"A (woman) without purpose is like a ship without a rudder."
What does it mean to me to live a "purposeful" life?
What characteristics would I use to define a purposeful life?
"Those who have a ‘why' to live can bear with almost any ‘how.'"
Victor E. Franke
"Every life should have purpose to which it can give the energies of its mind and the enthusiasms of its heart. That life without a purpose will be prey to the perverted warp waiting for the uncommitted life."
Neil C. Strait
Not long ago, a close friend of my dad's reminded me of the blessings that result when we choose to live purposeful lives. Even though my father has been dead for nearly 25 years, this friend said with a big smile, "I'll never forget your dad's encouraging spirit. He believed in what he was called to do and his devotion to God and his life's purpose rubbed off on everybody he met, Dorothy." Then this gentleman continued, "My life has more purpose because I was his friend."
I was extremely touched, as you might well imagine. But as I reflected on what this person had said, I recognized a fundamental truth and this is that lives of purpose, inspire other lives to live purposely, also.
We need to look no further than our text today to see this truth in practical action. II Samuel 8, 9, and 10 contain a detailed history of the successes David had in following God's direction to cleanse Canaan from those who were living in defiance of the God of heaven and earth - a God of love, graciousness, purity and truth. This was a God most of the Canaanites could have cared less about. And this was why their infiltration into the Israelites' lives had been forbidden by God. It wasn't because God didn't want His children to have any fun or enjoy their lives. The opposite was true. God knew that truth, purity and love are building blocks which give all of His children purposeful lives. So to protect his children, God warned them to keep from associating with those who would bring them down, spiritually, emotionally and even physically.
Under the leadership of David, who at this point in time had committed his life to following God's will and way, we find in the Biblical record that the Israelite army subdued the Philistines. The Moabites became servants to David, bringing tribute." And later in II Samuel 8: 12, 13, we read "From Syria, Moab, the Ammonites, the Philistines, Amalek, and from the spoil of Hadadezer son of Rebob, King of Zobah, David won renown." A purposeful life brought awe to all the nations that had mocked the God of heaven and earth. But something else happened as well. As the children of Israel watched God's power and blessings being poured out on all David did, they were inspired personally until we read in our text for today that when spring time rolled around, and it was time for the annual battles, David didn't have to beg or coerce the people to join the war effort. They volunteered. They eagerly wanted to be part of this God-led endeavor. David's life was witness to God's leading and his life inspired those under his rulership to live their lives with the same verve, direction, and purpose.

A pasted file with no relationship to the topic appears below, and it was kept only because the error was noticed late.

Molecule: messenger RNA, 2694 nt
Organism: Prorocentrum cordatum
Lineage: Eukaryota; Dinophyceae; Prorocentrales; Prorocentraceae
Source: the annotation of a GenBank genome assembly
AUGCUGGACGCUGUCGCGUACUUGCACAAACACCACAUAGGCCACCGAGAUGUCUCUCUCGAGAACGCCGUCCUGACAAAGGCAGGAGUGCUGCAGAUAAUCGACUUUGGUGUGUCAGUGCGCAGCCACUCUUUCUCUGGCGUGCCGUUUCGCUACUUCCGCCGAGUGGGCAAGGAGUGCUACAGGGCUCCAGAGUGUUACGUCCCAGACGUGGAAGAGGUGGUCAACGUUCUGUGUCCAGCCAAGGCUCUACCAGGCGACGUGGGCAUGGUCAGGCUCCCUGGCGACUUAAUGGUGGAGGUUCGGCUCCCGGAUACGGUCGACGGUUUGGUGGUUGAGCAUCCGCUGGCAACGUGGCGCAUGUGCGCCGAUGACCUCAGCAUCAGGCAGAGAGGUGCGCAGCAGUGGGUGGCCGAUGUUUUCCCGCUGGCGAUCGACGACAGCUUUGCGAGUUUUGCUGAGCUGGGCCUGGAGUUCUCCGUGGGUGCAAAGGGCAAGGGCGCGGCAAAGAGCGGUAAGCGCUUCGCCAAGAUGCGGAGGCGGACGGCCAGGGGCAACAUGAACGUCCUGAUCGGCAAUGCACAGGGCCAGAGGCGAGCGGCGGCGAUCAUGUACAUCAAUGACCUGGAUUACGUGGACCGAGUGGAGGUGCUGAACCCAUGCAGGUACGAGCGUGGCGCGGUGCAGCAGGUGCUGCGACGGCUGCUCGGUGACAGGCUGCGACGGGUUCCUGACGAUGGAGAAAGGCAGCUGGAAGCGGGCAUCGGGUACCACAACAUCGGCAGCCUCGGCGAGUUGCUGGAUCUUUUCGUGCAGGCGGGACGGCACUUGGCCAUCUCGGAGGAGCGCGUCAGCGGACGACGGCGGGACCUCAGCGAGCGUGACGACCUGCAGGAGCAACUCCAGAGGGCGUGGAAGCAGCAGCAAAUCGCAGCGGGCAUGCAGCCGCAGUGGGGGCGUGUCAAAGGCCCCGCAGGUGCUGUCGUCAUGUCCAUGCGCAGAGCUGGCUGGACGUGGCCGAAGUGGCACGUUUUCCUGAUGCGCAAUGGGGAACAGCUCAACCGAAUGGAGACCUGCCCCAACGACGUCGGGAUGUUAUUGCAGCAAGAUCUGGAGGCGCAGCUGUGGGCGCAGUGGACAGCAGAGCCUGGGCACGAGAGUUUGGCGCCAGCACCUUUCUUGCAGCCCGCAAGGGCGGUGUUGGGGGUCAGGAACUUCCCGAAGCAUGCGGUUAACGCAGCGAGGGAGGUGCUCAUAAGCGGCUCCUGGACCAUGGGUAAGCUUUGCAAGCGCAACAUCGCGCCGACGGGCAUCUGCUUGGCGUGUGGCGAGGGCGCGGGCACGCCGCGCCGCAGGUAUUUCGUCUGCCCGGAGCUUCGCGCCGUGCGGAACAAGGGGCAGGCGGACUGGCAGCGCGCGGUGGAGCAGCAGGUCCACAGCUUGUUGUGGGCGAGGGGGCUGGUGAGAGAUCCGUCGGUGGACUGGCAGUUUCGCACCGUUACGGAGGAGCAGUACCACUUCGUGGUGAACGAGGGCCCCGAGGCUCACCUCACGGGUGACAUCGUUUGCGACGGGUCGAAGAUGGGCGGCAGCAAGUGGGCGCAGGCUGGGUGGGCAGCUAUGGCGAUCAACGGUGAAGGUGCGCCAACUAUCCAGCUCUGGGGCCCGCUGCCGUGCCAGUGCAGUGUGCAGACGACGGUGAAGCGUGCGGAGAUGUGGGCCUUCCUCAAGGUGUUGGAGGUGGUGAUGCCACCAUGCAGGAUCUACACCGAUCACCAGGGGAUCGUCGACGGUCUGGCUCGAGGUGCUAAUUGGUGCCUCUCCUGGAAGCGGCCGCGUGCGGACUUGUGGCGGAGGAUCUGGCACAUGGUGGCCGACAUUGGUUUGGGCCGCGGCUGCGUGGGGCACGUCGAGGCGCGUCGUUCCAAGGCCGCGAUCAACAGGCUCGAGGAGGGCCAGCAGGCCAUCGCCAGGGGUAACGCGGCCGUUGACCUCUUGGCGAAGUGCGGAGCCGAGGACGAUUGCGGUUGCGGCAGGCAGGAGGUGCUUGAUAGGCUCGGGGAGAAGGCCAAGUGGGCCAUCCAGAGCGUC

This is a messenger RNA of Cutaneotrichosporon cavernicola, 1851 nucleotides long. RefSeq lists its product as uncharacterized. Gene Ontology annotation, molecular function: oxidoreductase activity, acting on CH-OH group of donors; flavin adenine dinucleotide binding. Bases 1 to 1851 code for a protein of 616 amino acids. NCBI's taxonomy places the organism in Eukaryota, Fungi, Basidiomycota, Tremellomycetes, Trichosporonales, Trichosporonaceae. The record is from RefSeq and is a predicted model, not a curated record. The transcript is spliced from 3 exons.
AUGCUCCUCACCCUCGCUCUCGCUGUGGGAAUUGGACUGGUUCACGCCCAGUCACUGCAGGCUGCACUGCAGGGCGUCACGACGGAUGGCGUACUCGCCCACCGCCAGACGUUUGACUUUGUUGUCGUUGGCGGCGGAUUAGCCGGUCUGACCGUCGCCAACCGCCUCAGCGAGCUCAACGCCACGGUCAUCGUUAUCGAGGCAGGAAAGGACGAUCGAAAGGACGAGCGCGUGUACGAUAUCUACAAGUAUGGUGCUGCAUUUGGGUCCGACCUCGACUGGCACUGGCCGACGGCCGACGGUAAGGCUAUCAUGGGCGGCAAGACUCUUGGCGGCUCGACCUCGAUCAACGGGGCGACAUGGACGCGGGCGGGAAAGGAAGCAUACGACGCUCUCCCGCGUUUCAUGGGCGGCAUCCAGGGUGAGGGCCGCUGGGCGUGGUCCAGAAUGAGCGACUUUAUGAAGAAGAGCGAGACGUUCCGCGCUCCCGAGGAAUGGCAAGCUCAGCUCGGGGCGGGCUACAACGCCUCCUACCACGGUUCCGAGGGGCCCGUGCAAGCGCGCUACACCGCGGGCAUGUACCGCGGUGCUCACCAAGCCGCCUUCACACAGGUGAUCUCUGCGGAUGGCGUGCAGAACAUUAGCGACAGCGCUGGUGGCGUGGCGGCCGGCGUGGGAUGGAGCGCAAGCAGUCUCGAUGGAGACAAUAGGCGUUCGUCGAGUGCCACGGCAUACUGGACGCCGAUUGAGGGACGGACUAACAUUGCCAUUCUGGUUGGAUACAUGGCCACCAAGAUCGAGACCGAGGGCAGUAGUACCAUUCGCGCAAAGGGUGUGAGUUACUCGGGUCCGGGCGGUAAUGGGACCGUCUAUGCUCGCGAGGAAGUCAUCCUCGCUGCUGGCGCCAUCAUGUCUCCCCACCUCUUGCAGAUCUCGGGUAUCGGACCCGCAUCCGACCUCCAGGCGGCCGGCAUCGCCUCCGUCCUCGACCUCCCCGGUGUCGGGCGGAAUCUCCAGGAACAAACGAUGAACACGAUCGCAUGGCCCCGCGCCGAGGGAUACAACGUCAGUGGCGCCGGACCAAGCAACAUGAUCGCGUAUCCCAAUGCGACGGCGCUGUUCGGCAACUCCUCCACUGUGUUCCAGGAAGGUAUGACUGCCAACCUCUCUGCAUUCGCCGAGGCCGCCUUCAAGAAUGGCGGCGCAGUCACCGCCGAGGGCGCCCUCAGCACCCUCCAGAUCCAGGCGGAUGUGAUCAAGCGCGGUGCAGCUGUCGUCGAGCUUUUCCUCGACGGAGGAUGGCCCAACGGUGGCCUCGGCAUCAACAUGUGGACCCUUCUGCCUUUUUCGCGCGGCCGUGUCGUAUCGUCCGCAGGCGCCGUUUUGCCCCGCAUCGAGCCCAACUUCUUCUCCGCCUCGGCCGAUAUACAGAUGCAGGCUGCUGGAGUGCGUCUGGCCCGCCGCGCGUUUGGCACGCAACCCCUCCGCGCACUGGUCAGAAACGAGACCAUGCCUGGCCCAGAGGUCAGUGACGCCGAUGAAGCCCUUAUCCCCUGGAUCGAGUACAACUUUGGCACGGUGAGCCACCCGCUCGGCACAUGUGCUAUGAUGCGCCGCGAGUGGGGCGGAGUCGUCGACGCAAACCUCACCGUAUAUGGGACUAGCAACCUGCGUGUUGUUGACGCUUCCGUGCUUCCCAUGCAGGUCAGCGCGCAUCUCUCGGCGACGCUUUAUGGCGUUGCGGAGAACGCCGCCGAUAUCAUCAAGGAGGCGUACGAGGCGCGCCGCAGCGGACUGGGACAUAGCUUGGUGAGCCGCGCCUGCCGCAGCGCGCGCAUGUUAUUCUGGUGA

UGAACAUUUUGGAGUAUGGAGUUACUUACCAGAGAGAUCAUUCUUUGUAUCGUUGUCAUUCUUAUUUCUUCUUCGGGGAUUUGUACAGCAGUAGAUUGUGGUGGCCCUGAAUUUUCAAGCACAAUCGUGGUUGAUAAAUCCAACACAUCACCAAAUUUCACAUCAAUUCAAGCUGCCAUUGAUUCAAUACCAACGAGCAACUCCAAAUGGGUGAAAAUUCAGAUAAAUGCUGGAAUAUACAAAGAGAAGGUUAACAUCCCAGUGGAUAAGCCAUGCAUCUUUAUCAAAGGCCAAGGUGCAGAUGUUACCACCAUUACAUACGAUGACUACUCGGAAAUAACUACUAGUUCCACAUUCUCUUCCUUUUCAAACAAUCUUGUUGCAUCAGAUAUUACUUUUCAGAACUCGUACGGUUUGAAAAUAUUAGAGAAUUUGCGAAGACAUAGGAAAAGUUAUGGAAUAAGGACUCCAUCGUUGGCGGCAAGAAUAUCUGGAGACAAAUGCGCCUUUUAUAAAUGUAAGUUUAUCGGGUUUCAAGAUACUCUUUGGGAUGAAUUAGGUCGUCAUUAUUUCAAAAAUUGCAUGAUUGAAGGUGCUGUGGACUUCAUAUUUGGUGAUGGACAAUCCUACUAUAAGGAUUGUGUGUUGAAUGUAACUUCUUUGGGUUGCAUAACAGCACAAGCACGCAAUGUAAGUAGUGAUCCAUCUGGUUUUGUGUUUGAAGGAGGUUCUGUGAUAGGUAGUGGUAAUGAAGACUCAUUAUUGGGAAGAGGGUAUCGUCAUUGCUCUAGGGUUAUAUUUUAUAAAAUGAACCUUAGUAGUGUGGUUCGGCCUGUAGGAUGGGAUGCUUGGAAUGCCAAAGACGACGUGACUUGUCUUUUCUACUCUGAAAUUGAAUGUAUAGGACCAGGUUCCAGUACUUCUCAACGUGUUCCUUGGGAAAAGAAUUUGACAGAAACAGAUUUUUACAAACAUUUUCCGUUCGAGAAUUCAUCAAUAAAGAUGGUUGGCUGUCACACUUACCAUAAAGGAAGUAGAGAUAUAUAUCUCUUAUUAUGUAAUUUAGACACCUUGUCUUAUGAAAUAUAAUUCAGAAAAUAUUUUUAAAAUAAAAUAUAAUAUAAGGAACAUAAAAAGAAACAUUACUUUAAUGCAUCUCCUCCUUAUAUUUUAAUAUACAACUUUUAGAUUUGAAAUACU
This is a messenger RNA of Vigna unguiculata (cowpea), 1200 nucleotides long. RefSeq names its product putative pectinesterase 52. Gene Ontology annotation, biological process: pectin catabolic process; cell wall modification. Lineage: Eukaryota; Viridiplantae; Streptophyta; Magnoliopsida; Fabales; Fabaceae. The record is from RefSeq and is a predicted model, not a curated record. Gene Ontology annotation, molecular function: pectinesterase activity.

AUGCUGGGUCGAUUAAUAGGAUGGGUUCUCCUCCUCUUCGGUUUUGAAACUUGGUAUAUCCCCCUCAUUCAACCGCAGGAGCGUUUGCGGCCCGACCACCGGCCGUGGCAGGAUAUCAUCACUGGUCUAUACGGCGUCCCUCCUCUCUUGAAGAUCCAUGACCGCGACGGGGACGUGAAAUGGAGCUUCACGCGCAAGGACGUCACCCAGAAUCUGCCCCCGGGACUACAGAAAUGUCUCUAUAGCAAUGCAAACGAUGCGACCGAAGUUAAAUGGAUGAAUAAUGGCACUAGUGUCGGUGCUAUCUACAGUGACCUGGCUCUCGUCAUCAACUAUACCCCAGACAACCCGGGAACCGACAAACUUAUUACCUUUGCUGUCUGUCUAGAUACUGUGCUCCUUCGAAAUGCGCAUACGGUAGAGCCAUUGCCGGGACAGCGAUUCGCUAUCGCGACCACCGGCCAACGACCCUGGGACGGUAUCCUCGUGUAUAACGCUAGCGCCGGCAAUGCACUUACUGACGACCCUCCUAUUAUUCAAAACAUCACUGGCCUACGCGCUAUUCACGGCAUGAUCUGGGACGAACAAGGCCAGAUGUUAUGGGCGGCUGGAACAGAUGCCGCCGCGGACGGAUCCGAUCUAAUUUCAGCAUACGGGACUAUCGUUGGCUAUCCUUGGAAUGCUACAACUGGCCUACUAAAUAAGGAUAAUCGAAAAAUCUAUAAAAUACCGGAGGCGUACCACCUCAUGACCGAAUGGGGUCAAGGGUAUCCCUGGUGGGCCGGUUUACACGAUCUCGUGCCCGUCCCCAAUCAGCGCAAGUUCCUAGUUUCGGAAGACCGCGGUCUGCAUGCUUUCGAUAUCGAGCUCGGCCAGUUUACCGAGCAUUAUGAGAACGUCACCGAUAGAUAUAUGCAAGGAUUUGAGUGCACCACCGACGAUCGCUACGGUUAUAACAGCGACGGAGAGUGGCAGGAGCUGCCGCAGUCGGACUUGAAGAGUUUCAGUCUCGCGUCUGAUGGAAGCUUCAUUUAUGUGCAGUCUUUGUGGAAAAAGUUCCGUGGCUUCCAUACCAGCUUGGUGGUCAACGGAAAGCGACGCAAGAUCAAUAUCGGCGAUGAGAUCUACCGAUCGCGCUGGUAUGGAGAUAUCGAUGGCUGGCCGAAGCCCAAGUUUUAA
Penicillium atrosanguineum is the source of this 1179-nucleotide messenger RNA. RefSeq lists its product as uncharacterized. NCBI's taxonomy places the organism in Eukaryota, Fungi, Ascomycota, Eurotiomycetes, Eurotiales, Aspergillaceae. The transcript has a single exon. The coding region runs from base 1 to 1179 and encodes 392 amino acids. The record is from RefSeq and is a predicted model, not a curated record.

When you and I make the choice to live purposeful lives, led by our heavenly Father's guiding hand, we also can know with surety that God's Spirit is growing in us and this same Spirit not only shapes the landscape of our own lives but affects others as well.
I love how author Angela Ashwin describes a purposeful life in her prayer, "Every Part of My Life:" "If every part of my life is with You and in You, Lord, then everything is made good."
It was a purposeful call that heralded the rallying cry and brought all of Israel to follow the path of God in their lives. And this call was followed because David chose to live a life that was a witness to what happens when we follow God's way. In the words of Janet Morley, "Let us not refuse to embrace the cost when it is required of us: that in losing our selves for Your sake, we may be brought to new life."
"Spiritual life depends on the purposes we cherish."
C. H. Spurgeon
Poet and author John Bunyan penned the words to a poem entitled, "The Pilgrim's Song." Since I can't get permission from Mr. Bunyan to modify the "gender" references in this beautiful piece, I want to call it to your attention by the brackets I've used to denote the changes in gender which makes the message of this poem appropriate to all God's children, both women and men.
"The Pilgrim's Song"
"Who would true valour see
Let (them) come hither;
One here will constant be,
Come wind, come weather
There's no discouragement
Shall make (them) once relent
(Their) first avowed intent,
To be a pilgrim.
Who so beset (them) round,
With dismal stories,
Do but themselves confound;
(Their) strength the more is.
No lion can (them) fright,
(They will) with a giant fight,
But (they) will have a right
To be a pilgrim.
Hobgoblin, nor foul fiend
Can daunt (their) spirit:
(They) know that at the end,
(They) shall life inherit.
Then fancies flee away,
Fear not what (others) say,
But labour night and day
To be a pilgrim."
This is the portrait of a purposeful life.
Dorothy Valcàrcel, Author
When A Woman Meets Jesus
P.S. My book, When A Woman Meets Jesus, is now available wherever books are sold and on the internet at www.amazon.com, Christianbook.com, or by calling toll-free, 1-800-Christian. You can also go to www.whenawomanmeetsjesus.com and purchase the book through Paypal for $8.00. Or by calling Transformation Garden at 1-888-397-4348.
For more from Dorothy, please visit transformationgarden.com.